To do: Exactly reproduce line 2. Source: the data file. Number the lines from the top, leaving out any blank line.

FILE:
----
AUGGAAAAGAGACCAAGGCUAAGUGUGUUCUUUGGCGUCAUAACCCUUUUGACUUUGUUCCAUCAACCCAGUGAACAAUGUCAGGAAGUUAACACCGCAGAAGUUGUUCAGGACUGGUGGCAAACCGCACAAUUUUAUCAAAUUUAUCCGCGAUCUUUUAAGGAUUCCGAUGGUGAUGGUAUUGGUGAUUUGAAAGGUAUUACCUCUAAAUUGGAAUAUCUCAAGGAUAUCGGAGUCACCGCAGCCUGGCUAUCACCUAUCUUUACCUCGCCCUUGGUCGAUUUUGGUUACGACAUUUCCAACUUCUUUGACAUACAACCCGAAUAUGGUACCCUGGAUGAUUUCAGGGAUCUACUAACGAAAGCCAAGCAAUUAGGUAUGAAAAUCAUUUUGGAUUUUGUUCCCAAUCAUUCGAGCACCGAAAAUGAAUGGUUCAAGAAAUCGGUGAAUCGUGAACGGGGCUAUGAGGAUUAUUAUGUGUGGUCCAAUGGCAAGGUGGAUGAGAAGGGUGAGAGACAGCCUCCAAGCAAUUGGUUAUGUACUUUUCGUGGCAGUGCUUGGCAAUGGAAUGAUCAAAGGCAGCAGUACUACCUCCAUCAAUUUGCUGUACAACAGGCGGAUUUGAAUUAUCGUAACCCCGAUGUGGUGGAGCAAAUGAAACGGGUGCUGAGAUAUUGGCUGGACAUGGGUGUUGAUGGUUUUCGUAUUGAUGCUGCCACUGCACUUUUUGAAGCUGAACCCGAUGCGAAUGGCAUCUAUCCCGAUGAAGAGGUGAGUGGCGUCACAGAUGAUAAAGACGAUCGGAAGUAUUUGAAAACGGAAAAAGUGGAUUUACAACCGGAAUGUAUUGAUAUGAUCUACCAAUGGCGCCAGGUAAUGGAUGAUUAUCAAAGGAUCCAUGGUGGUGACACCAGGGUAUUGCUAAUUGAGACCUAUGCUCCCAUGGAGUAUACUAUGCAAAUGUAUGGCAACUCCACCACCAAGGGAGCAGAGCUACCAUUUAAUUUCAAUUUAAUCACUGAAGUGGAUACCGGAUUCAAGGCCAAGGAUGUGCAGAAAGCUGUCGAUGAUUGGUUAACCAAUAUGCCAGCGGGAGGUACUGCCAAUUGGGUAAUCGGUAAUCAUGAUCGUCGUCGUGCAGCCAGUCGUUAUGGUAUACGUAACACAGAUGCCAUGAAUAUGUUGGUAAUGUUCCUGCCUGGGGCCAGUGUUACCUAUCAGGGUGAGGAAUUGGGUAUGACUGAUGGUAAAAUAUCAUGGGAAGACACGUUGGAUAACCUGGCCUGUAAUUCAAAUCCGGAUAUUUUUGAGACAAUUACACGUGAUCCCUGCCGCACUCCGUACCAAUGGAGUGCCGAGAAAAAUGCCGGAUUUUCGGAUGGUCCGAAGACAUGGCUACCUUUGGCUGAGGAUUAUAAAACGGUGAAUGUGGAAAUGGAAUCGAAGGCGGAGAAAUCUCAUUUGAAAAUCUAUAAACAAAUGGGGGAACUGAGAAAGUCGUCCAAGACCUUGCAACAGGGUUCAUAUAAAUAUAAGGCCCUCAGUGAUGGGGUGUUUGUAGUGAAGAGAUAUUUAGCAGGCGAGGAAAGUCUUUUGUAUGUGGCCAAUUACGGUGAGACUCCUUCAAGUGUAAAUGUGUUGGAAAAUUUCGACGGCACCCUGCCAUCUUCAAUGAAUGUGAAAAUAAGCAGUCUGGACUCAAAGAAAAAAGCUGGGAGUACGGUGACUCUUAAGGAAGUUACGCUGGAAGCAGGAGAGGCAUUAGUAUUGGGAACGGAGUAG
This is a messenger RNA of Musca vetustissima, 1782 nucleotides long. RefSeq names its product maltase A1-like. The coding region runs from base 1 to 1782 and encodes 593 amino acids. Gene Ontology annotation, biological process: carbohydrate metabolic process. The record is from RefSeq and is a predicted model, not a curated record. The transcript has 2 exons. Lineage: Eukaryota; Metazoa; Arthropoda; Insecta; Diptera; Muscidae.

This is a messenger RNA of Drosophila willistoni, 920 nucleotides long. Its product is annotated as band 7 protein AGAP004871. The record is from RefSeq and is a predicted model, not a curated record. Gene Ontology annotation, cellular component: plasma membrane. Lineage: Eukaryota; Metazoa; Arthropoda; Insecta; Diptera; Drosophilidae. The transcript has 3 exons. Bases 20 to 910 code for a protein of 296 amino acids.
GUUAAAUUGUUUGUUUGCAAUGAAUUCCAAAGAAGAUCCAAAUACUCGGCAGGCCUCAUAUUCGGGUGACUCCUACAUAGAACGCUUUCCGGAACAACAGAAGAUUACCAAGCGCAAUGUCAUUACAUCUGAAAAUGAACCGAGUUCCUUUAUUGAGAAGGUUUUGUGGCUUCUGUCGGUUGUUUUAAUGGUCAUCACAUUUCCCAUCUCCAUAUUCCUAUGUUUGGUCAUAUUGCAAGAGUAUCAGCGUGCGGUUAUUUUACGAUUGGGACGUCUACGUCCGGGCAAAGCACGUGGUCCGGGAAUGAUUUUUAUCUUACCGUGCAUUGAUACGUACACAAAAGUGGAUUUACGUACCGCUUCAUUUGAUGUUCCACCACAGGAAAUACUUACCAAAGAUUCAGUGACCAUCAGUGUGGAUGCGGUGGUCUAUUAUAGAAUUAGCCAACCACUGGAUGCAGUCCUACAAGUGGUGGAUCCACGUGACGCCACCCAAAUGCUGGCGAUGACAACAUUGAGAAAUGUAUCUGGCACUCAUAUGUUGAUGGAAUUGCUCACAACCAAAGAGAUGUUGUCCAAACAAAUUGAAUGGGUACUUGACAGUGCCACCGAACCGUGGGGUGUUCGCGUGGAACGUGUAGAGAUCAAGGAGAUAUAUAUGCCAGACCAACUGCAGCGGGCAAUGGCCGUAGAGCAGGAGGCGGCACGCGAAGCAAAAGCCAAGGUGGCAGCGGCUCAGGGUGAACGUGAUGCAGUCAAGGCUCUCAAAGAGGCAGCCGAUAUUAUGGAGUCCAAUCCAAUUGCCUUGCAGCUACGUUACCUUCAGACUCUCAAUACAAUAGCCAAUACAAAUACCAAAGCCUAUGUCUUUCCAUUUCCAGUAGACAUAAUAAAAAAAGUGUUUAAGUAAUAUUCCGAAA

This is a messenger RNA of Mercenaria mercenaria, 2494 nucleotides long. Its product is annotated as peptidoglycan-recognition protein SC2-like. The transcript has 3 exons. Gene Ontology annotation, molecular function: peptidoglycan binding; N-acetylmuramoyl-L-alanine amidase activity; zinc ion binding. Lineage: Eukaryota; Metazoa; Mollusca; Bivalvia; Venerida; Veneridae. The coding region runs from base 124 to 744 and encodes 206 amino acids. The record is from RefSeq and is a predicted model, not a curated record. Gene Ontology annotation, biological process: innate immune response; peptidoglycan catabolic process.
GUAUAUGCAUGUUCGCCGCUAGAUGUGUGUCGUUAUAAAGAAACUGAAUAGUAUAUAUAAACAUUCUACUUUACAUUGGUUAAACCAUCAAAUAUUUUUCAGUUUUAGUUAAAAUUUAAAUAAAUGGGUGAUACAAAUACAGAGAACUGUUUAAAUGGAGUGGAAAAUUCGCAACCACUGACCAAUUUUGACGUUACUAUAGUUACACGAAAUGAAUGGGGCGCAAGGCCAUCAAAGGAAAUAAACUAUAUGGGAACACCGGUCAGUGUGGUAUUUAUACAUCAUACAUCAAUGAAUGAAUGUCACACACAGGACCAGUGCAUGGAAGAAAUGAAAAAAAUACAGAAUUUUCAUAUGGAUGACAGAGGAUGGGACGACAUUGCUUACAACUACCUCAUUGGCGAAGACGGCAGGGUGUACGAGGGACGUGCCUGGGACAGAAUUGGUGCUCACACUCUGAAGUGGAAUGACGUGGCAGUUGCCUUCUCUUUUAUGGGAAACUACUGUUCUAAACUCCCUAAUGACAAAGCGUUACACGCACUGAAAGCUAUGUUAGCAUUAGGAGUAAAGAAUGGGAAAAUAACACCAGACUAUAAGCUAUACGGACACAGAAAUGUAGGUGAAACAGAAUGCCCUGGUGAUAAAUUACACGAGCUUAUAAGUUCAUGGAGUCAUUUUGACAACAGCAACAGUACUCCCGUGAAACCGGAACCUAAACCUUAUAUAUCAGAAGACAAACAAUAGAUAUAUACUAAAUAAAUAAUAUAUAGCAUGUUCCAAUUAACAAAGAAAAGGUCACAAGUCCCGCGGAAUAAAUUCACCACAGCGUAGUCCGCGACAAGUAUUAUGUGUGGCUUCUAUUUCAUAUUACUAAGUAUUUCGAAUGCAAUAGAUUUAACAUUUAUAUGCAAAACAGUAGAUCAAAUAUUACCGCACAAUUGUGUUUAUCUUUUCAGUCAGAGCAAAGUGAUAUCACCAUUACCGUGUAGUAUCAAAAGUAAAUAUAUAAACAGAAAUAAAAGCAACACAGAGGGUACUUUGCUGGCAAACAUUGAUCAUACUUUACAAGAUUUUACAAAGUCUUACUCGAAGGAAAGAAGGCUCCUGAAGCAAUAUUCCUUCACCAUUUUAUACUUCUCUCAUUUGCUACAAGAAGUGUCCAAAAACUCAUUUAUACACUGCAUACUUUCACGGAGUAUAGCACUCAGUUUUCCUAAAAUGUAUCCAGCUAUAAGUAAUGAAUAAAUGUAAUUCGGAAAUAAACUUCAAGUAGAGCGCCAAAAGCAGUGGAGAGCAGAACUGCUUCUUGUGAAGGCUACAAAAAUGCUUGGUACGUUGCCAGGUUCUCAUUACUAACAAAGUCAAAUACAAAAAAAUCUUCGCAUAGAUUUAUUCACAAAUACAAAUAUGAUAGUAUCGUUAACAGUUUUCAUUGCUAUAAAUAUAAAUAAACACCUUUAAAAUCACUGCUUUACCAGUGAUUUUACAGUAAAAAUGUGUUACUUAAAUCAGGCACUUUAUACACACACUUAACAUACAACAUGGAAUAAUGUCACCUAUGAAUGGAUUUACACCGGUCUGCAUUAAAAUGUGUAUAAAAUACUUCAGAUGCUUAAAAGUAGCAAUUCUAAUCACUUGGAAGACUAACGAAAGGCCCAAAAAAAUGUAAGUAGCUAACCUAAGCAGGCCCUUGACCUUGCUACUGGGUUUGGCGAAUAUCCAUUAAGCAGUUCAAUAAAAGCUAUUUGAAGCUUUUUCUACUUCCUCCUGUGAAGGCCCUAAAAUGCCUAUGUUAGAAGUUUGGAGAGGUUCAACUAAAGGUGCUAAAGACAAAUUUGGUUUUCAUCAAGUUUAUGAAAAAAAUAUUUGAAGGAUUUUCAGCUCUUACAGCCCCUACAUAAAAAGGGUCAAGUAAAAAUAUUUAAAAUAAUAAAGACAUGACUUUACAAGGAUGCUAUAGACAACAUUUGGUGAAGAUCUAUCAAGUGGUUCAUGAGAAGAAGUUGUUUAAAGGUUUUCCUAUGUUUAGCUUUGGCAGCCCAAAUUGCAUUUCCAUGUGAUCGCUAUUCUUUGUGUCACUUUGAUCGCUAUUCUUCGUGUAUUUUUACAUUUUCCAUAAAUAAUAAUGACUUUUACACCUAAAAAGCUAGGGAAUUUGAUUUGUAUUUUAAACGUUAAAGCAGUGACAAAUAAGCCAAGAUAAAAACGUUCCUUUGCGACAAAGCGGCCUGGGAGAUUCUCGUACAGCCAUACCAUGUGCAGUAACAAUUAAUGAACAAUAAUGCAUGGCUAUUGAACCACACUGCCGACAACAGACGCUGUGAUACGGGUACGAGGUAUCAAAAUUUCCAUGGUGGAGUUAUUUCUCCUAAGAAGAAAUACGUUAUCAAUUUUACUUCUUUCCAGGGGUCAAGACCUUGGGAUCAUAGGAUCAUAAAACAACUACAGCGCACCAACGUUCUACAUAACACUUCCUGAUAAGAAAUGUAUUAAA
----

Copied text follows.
This is a messenger RNA of Musca vetustissima, 1782 nucleotides long. RefSeq names its product maltase A1-like. The coding region runs from base 1 to 1782 and encodes 593 amino acids. Gene Ontology annotation, biological process: carbohydrate metabolic process. The record is from RefSeq and is a predicted model, not a curated record. The transcript has 2 exons. Lineage: Eukaryota; Metazoa; Arthropoda; Insecta; Diptera; Muscidae.